Great read. I agree with your interpretation of the symbols in the bat-films almost wholeheartedly. The only part I disagree on would be the part about Bruce Wayne dying…I agree Begins was about creating that symbol and Batman standing up to his mentor and the League Of Shadows. Dark Knight pitted Batman’s incorruptible symbol against the Joker, who put Batman through the emotional “ringer” so to speak, but…the third film, Dark Knight Rises is presenting Batman with yet another challenge; a mental and physical match for him in the form of a criminal bent on bringing Gotham to it’s knees (or so it appears in the trailers). I see the clips of Batman facing off with Bane and I’m literally not sure if Batman can beat him one-on-one when I see those clips, Bane appears to stand fearless against Batman ready to whoop that @$$, not to mention the clips of Wayne imprisoned. I think THAT is what Batman is “rising” from, a solid defeat by a villain after being caught off-guard by the chaos. I think he’s going to lose to Bane (badly) then lose Gotham, then he’s going to have to muster all the strength, skills, tech and outside help he can to defeat Bane and set things right again, then retire like he deserves….until REBOOT

    • Matches Malone

      First of all, great analysis and a very good read… but like most others here, i think the symbol need not be transferred by Bruce’s death alone… Yes, the man of flesh and blood can be destroyed… But we’ve already seen the other extreme of this in TDK when multiple copycats try to become “batmen” in hockey pads…Batman inspiring ordinary citizens can take that extreme turn where the symbol could have been diluted and thankfully Joker steps in to take out the fake bats and ends that angle..

      Coming to why Bruce shouldn’t die: I can’t really come to terms with the idea that some other man can be as driven as Bruce and go the lengths that he does to protect Gotham. Maybe he’ll have to mentor a new Bat (like Batman Beyond) or something similar… But yes… i think the Bat-mantle will be transferred in this movie… to drive home the initial point… however, even Nolan wouldn’t kill of Bruce Wayne… That’s something that has never worked in the last 73 years! :)

      Bruce is THE Batman, whether he likes it, wants it or not… At max he can tutor someone to take his place for a while… But I don’t think the world is ready to accept the death of Wayne… Maybe he fakes his death and goes away somewhere peacefully with either Talia or Selina… Or both ;)

      • http://www.facebook.com/people/Jaime-Jordan/100003044409051 Jaime Jordan

        Oh man, were we right or were we RIGHT dude?!?! I would high-five you but…you know….internet…

  • Meara

    this article is absolutely amazing it held my rapt attention from beginning till end. Bruce Wayne will certainly fall if we go by the comics (whether or not he dies in the fall is another matter) but another takes on the symbol that is Batman after him, Jean-Paul Valley. He was trained in hand-to-hand combat by his father using ‘The System’ a brainwashing tool that left him a dangerous fighter and somewhat mentally unstable. We’ll just have to wait and see if this is shown in the movie.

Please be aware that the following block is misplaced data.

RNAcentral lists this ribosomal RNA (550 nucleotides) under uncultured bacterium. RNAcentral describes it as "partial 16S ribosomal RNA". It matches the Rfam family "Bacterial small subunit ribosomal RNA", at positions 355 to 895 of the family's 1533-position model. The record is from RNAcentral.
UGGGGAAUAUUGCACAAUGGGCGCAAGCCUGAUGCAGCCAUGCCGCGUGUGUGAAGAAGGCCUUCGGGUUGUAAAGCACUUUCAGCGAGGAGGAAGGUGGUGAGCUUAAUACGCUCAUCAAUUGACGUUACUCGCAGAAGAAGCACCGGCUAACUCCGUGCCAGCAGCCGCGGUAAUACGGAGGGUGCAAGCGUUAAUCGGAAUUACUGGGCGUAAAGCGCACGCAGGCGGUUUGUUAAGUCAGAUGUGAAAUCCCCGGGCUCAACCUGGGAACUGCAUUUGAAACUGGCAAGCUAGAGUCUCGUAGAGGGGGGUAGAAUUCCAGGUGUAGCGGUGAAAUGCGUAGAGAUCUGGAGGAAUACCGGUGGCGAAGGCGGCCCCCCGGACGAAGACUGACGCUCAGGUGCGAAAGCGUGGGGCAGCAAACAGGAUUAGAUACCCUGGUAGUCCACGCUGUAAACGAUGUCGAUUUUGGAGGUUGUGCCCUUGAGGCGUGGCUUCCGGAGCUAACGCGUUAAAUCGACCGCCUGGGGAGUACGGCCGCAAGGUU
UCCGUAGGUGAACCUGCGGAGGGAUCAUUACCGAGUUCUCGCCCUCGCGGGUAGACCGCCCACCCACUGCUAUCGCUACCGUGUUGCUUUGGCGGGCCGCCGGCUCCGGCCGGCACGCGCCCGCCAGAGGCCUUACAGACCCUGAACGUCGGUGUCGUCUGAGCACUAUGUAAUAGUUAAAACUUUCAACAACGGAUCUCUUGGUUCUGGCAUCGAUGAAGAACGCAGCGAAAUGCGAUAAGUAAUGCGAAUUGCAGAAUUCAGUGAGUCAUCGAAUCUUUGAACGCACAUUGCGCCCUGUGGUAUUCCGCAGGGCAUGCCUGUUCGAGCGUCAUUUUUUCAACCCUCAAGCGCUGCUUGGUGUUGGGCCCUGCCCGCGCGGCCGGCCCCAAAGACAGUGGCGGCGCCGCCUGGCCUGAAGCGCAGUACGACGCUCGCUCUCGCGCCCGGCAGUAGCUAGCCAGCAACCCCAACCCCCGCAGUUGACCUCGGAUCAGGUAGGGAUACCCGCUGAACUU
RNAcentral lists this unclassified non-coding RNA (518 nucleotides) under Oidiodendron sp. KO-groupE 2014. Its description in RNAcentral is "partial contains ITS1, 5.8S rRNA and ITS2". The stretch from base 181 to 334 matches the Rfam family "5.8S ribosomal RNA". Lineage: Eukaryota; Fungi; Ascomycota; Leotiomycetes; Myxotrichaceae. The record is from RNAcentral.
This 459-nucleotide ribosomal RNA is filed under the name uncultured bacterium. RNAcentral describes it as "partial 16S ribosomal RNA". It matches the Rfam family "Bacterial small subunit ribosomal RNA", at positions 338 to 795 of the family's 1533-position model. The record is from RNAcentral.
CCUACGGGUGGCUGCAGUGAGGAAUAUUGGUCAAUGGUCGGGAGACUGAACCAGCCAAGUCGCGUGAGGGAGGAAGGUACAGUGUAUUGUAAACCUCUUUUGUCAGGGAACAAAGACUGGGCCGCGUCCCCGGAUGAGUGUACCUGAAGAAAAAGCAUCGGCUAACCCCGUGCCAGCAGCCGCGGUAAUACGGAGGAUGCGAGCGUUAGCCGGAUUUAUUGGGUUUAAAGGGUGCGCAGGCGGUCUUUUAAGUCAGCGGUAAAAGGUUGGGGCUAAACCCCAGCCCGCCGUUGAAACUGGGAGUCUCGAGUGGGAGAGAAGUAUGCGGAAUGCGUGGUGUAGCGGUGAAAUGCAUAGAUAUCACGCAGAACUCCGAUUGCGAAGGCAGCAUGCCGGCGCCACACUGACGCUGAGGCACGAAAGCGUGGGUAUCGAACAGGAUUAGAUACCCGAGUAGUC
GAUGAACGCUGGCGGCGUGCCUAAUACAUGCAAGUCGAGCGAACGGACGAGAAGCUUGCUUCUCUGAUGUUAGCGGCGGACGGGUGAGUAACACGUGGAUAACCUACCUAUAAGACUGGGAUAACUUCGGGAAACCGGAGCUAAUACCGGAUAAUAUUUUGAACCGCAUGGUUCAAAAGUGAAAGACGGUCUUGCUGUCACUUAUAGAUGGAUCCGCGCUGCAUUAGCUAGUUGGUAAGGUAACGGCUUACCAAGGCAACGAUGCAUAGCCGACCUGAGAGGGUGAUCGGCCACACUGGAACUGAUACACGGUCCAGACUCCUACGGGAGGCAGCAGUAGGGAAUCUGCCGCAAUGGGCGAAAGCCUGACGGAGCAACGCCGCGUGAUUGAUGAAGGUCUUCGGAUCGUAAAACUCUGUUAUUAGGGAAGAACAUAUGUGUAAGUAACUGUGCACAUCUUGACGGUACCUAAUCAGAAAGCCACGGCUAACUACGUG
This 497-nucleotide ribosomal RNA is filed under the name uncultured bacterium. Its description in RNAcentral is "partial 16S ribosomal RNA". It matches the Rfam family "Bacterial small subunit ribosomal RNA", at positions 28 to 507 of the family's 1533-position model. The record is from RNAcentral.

• funisforassholes

    I’ve seen this rehashed a month or two back, but Cracked had the ‘theory’ back in November.
    http://www.cracked.com/blog/advanced-batman-theory-why-nolan-will-kill-bruce-wayne/
    other than that, a nice piece.

  • Jordan

    This is the best article written about christopher nolan’s batman series I’ve ever read. Kudos to you good sir you are a gentlemen and a scholar.

  • Chris

    Brilliant… Its along the lines of what I was thinking. You should complete this when you see The Dark Knight Rises. Giving a explained detailed look at the trilogy.

  • http://twitter.com/evnwk Eric VanWyk

    Fantastic read. I really enjoyed the evidence and backing behind your reasoning. I have also been thinking for some time now how it the trilogy will all come to end and i beleieve that the only possible ending is for Bruce to die. It seems like the only logical thing to do. If the hero were to live this would be a completely fifferent world but Nolan has brought into something so deep that it seems incomprehendible that anything else could happen. Love the read. Great explanation. Cant wait for the conclusion!

  • Nathan Jones

    You know what I can’t stand? People who hate on the movies because of little things. They complain that Nolan killed off Dent, what the Joker looked like, and Batman’s voice. As for his voice, if he used he regular voice, he’d be recognizable. Somebody could easily find out who he his if he didn’t change his voice. As for Joker’s look. He has to look realistic, that’s what Nolan is trying to do; make the world look real to us so that we can relate to the characters. The fact that he killed off Dent that no matter how good you are, how good your deeds are, you will die.

  • gtbdrummer

    Bain is known as “The man who broke Batman” by breaking his back in a fight in the Batcave with Batman when Bain was first introduced. So we’ll see if this carries over to the movie.

  • RG

    Brilliant article! thank you for sharing with the world

  • Edward Gorski

    Your entitled to your opionion and I’m entitled to mine! Bruce Wayne can’t die because nobody but nobody can be Batman but Bruce Wayne! If you change who dons the cape and cowl, you erasing the legacy of Batman! Creator Bob Kane started it with Bruce Wayne,it should stay with Bruce Wayne! From the comic books,cartoons,toys,the early tv shows,video games and the hollywood movies! Its always been Bruce Wayne/Batman and no one else! Call me stupid,call me a dumbass,and I don’t care,I’m a superhero movie purist, and you don’t change Batman to satisfy the younger generation cause they don’t get it or understand! If you change Batman then who’s next…Superman,Spiderman,The Punisher! Leave it alone,if aint broke don’t fix it! If iI can quote a line from “The Dark Knight”,”You either die a hero or live long enough to become the villian!” That’s why Bruce Wayne does what he does,The people of Gotham have their hero and the police and criminals have their villian! I seen hollywood screw up enough superhero movies and it makes me want to stay indoors and no go to the movies again! Hollywood producers read a few comic books and think they’re experts and how the movies should be instead of asking the die-hard fans on what they want to see! It does’nt matter if its Batman,The Flash,Green Lantern, or Superman! If this is the way hollywood from now on is going to make superhero movies, I’d rather masterbate with a chainsaw and drink liquid drano at the same time!!!